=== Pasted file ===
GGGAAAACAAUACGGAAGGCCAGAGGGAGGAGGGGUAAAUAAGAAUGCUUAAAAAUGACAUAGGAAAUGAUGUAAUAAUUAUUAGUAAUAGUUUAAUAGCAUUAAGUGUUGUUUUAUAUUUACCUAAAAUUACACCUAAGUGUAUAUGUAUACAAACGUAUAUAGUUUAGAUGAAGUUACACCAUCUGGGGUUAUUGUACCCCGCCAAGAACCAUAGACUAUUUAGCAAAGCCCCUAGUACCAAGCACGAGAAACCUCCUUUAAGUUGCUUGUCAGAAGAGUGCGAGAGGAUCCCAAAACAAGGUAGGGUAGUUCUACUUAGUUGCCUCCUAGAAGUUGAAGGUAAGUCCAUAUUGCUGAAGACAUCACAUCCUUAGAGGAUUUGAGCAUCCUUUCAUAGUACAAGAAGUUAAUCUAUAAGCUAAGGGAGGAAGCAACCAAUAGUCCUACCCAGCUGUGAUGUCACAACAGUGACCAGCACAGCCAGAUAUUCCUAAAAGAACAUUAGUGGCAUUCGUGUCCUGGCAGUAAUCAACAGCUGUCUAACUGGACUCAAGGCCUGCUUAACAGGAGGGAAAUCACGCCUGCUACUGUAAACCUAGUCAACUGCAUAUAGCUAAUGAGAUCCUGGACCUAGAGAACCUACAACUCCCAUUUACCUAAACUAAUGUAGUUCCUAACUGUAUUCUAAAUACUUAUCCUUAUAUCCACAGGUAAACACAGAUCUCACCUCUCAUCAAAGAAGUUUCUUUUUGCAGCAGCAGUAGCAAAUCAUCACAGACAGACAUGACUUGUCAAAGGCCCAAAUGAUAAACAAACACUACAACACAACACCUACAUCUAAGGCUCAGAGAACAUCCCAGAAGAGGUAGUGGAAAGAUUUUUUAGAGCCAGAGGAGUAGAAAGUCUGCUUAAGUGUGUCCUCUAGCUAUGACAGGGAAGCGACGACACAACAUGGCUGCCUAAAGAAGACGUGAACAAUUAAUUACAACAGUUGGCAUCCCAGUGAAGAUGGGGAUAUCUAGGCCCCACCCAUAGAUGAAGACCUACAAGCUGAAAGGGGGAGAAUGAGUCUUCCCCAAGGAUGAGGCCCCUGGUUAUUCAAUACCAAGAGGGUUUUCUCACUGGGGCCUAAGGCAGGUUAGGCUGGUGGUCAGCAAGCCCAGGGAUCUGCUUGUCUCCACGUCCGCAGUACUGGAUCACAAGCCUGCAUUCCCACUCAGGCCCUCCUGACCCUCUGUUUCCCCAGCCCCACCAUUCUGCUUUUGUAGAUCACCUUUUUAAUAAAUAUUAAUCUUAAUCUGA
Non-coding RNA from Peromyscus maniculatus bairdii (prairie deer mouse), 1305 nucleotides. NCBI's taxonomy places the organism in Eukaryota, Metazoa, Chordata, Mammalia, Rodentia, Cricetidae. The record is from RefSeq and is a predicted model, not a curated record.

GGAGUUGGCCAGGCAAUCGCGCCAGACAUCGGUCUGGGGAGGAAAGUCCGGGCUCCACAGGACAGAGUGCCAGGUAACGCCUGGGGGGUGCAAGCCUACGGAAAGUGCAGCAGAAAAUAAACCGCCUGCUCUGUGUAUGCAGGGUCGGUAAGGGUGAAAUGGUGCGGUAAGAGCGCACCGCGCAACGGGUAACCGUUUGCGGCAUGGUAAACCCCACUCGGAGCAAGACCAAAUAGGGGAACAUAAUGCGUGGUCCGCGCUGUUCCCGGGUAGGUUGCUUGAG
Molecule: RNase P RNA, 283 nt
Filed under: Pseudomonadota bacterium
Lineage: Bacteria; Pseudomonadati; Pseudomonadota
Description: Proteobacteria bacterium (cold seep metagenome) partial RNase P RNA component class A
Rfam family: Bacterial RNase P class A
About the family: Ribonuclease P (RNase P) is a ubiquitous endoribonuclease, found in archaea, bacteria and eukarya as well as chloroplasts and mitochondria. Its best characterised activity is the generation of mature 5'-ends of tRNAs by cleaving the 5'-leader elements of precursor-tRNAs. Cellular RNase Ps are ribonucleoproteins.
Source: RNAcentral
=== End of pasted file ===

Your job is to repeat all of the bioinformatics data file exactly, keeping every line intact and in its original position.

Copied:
GGGAAAACAAUACGGAAGGCCAGAGGGAGGAGGGGUAAAUAAGAAUGCUUAAAAAUGACAUAGGAAAUGAUGUAAUAAUUAUUAGUAAUAGUUUAAUAGCAUUAAGUGUUGUUUUAUAUUUACCUAAAAUUACACCUAAGUGUAUAUGUAUACAAACGUAUAUAGUUUAGAUGAAGUUACACCAUCUGGGGUUAUUGUACCCCGCCAAGAACCAUAGACUAUUUAGCAAAGCCCCUAGUACCAAGCACGAGAAACCUCCUUUAAGUUGCUUGUCAGAAGAGUGCGAGAGGAUCCCAAAACAAGGUAGGGUAGUUCUACUUAGUUGCCUCCUAGAAGUUGAAGGUAAGUCCAUAUUGCUGAAGACAUCACAUCCUUAGAGGAUUUGAGCAUCCUUUCAUAGUACAAGAAGUUAAUCUAUAAGCUAAGGGAGGAAGCAACCAAUAGUCCUACCCAGCUGUGAUGUCACAACAGUGACCAGCACAGCCAGAUAUUCCUAAAAGAACAUUAGUGGCAUUCGUGUCCUGGCAGUAAUCAACAGCUGUCUAACUGGACUCAAGGCCUGCUUAACAGGAGGGAAAUCACGCCUGCUACUGUAAACCUAGUCAACUGCAUAUAGCUAAUGAGAUCCUGGACCUAGAGAACCUACAACUCCCAUUUACCUAAACUAAUGUAGUUCCUAACUGUAUUCUAAAUACUUAUCCUUAUAUCCACAGGUAAACACAGAUCUCACCUCUCAUCAAAGAAGUUUCUUUUUGCAGCAGCAGUAGCAAAUCAUCACAGACAGACAUGACUUGUCAAAGGCCCAAAUGAUAAACAAACACUACAACACAACACCUACAUCUAAGGCUCAGAGAACAUCCCAGAAGAGGUAGUGGAAAGAUUUUUUAGAGCCAGAGGAGUAGAAAGUCUGCUUAAGUGUGUCCUCUAGCUAUGACAGGGAAGCGACGACACAACAUGGCUGCCUAAAGAAGACGUGAACAAUUAAUUACAACAGUUGGCAUCCCAGUGAAGAUGGGGAUAUCUAGGCCCCACCCAUAGAUGAAGACCUACAAGCUGAAAGGGGGAGAAUGAGUCUUCCCCAAGGAUGAGGCCCCUGGUUAUUCAAUACCAAGAGGGUUUUCUCACUGGGGCCUAAGGCAGGUUAGGCUGGUGGUCAGCAAGCCCAGGGAUCUGCUUGUCUCCACGUCCGCAGUACUGGAUCACAAGCCUGCAUUCCCACUCAGGCCCUCCUGACCCUCUGUUUCCCCAGCCCCACCAUUCUGCUUUUGUAGAUCACCUUUUUAAUAAAUAUUAAUCUUAAUCUGA
Non-coding RNA from Peromyscus maniculatus bairdii (prairie deer mouse), 1305 nucleotides. NCBI's taxonomy places the organism in Eukaryota, Metazoa, Chordata, Mammalia, Rodentia, Cricetidae. The record is from RefSeq and is a predicted model, not a curated record.

GGAGUUGGCCAGGCAAUCGCGCCAGACAUCGGUCUGGGGAGGAAAGUCCGGGCUCCACAGGACAGAGUGCCAGGUAACGCCUGGGGGGUGCAAGCCUACGGAAAGUGCAGCAGAAAAUAAACCGCCUGCUCUGUGUAUGCAGGGUCGGUAAGGGUGAAAUGGUGCGGUAAGAGCGCACCGCGCAACGGGUAACCGUUUGCGGCAUGGUAAACCCCACUCGGAGCAAGACCAAAUAGGGGAACAUAAUGCGUGGUCCGCGCUGUUCCCGGGUAGGUUGCUUGAG
Molecule: RNase P RNA, 283 nt
Filed under: Pseudomonadota bacterium
Lineage: Bacteria; Pseudomonadati; Pseudomonadota
Description: Proteobacteria bacterium (cold seep metagenome) partial RNase P RNA component class A
Rfam family: Bacterial RNase P class A
About the family: Ribonuclease P (RNase P) is a ubiquitous endoribonuclease, found in archaea, bacteria and eukarya as well as chloroplasts and mitochondria. Its best characterised activity is the generation of mature 5'-ends of tRNAs by cleaving the 5'-leader elements of precursor-tRNAs. Cellular RNase Ps are ribonucleoproteins.
Source: RNAcentral